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Volume 22, Number 7—July 2016

Current Guidelines, Common Clinical Pitfalls, and Future Directions for Laboratory Diagnosis of Lyme Disease, United States

Andrew Moore1, Christina A. Nelson1, Claudia Molins, Paul S. Mead, and Martin SchrieferComments to Author 
Author affiliations: University of Virginia School of Medicine, Charlottesville, Virginia, USA (A. Moore); Centers for Disease Control and Prevention, Fort Collins, Colorado, USA (C. Nelson, C. Molins, P. Mead, M. Schriefer)

Main Article

Figure 1

Lyme disease cases (black dots) reported by surveillance, United States, 2005–2010. One dot is placed randomly within the county of residence for each confirmed case. States with the highest incidence of clinician-diagnosed Lyme disease in a large health insurance claims database (gray areas) are also shown. Transmission also occurs in small regions of northern California, Oregon, and Washington. Adapted from (4).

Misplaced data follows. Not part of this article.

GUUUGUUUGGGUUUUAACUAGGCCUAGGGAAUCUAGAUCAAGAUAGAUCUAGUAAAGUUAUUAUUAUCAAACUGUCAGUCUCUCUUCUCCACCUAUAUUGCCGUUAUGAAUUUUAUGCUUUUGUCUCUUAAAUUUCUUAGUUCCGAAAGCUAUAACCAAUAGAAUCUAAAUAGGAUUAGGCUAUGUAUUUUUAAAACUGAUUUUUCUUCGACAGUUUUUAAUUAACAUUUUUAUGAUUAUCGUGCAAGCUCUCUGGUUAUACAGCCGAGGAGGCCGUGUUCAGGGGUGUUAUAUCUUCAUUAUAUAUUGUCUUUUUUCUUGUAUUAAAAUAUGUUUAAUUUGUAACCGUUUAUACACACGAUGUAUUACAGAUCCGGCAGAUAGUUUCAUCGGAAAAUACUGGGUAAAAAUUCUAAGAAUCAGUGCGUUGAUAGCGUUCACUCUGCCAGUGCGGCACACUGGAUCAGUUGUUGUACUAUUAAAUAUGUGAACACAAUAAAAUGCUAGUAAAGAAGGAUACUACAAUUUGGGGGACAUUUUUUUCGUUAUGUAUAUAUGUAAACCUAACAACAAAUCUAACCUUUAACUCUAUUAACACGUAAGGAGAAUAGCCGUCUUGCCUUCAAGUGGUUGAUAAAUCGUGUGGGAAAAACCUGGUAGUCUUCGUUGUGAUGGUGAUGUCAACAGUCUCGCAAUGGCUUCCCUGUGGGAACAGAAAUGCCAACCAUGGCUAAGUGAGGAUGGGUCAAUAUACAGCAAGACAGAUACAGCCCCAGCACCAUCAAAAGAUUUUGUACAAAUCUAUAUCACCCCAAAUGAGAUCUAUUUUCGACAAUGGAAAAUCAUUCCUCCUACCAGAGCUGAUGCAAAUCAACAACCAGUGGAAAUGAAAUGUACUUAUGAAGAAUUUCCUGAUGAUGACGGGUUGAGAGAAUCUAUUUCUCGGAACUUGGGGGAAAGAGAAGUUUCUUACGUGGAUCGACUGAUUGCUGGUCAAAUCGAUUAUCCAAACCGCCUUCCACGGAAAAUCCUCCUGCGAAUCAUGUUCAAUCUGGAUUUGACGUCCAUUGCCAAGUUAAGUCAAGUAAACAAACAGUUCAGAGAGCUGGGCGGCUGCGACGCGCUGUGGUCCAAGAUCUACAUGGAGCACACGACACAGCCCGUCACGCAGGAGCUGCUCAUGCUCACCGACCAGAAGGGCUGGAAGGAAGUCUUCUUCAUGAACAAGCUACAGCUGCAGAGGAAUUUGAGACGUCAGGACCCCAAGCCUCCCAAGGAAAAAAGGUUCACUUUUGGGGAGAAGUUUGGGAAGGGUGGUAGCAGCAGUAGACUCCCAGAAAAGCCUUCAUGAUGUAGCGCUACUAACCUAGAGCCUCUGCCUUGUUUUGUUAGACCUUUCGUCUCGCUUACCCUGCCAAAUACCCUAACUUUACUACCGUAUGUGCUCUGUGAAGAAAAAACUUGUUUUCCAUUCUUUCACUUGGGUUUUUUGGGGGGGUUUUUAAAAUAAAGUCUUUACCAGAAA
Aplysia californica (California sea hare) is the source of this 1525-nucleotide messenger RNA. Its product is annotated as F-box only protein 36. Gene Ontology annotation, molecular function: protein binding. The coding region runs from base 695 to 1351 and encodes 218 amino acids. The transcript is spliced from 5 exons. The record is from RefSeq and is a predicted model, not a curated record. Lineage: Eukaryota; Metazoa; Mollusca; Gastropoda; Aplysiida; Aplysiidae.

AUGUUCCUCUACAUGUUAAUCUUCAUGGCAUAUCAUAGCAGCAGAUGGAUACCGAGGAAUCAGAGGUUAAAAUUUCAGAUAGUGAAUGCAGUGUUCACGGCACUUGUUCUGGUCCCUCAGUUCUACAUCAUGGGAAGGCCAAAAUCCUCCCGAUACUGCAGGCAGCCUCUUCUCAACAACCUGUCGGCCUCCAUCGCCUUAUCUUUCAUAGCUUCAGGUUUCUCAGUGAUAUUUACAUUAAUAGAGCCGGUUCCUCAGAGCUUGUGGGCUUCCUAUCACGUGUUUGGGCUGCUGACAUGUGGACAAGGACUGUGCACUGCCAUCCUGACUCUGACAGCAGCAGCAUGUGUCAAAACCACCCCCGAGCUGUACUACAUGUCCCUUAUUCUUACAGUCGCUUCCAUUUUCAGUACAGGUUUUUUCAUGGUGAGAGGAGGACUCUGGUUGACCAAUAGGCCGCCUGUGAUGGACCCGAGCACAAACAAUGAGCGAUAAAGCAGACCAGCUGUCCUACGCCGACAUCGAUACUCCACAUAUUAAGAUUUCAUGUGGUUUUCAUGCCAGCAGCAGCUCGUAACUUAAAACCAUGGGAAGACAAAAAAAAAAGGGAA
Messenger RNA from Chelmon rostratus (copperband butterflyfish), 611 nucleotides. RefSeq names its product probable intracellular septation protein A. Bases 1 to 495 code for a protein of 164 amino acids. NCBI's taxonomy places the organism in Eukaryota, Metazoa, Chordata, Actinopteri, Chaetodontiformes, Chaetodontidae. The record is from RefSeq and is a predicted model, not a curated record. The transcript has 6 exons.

Figure 1. Lyme disease cases (black dots) reported by surveillance, United States, 2005–2010. One dot is placed randomly within the county of residence for each confirmed case. States with the highest incidence of clinician-diagnosed Lyme disease in a large health insurance claims database (gray areas) are also shown. Transmission also occurs in small regions of northern California, Oregon, and Washington. Adapted from (4).

Main Article

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Main Article

1These authors contributed equally to this article.

Page created: June 15, 2016
Page updated: November 30, 2016
Page reviewed: November 30, 2016
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